Fuel for Sustainable Mobility
Liquid or gaseous fuels are essential for the operation of internal combustion engines (ICEs).
The quality of the fuels used in a vehicle can improve or decrease the performance of the vehicle and its emission control systems. Therefore, any low or zero-carbon, renewable and sustainable fuels that will be available in the coming years will need to match the specification of the best conventional fuels.
The use of drop-in sustainable renewable fuels effectively lowers greenhouse gas (GHG) emissions when assessed by an objective Well-to-Wheel CO2 assessment. These drop-in fuels can be used by the current fleet as these vehicles do not need any technology upgrades. This will result in an immediate reduction of WtW GHG emissions. Furthermore, drop-in sustainable renewable fuels can make use of the available fuelling infrastructure. The increased blending of sustainable renewable fuels in the existing European fuelling infrastructure will, therefore, help to further reduce GHG emissions in the short term.
Also, a shift from fossil fuel to low-carbon liquid fuels from non-fossil origin, with no or very limited net CO2 emissions during their production and use compared to fossil-based fuels, will enable internal combustion engine applications to continue contributing with a positive environmental impact.
In the context of low-carbon and (blending of) sustainable renewable fuel, AECC fully supports the European Commission policy priority of significantly reducing CO2 emissions from road and non-road transport and reducing the dependency on fossil fuel. The revision of the Renewable Energy Directive (RED), increasing the Member States’ renewable fuels objectives as well as increasing the greenhouse gas intensity reduction for road transport, will bring bigger volumes of renewable fuels to the European network.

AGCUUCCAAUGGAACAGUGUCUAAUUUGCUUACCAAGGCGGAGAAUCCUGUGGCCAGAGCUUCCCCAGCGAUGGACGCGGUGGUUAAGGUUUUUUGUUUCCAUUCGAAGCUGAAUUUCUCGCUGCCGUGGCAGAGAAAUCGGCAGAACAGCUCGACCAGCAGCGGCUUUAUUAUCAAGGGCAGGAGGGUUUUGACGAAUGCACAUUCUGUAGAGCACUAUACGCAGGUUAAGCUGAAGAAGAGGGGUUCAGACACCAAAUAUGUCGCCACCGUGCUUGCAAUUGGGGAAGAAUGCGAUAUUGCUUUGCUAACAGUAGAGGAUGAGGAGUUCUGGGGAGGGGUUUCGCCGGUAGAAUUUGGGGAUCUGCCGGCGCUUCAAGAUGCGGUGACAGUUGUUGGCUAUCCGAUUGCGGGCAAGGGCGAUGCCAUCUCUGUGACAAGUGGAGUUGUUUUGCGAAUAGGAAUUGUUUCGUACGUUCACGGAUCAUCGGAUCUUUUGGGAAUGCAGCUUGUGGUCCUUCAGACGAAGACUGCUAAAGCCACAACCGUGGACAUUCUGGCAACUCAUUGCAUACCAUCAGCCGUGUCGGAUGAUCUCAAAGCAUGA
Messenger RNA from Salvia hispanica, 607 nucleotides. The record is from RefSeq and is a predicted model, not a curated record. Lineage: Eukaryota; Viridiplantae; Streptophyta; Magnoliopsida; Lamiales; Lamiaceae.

AECC recognises the importance of sustainable low-carbon and renewable fuels in the future of road transport. For this reason, AECC is testing more sustainable and renewable fuels in each of the AECC demonstration projects.
In light- and heavy-duty demo vehicle programmes, AECC has tested sustainable renewable fuels which can substantially reduce WtW CO2 emissions.
The AECC light-duty gasoline demo vehicle has also been tested with Blue Gasoline and with e-gasoline and the AECC heavy-duty diesel vehicle has been tested with HVO and e-diesel. These results will be published in the following months.
Source: Shell(2018a) – Link
Note: For e-diesel produced from solar and wind power sources only, and transported from the Middle East and North Africa to Europe on a marine vessel running on heavy fuel oil, a well-to-wheel (WTW) GHG intensity of approximately 4g CO2/km is obtained. This GHG intensity can be reduced further if the marine vessel is run on low-carbon fuels. The same amount of CO2 that is emitted at the tailpipe of the e-fuel powered vehicle (tank-to-wheel, TTW) is captured from air while producing the e-fuel. This is shown as a negative GHG emission, or a well-to-tank (WTT) credit, on figure above. On WTW basis, therefore, the tailpipe CO2 and the captured CO2 cancel each other out.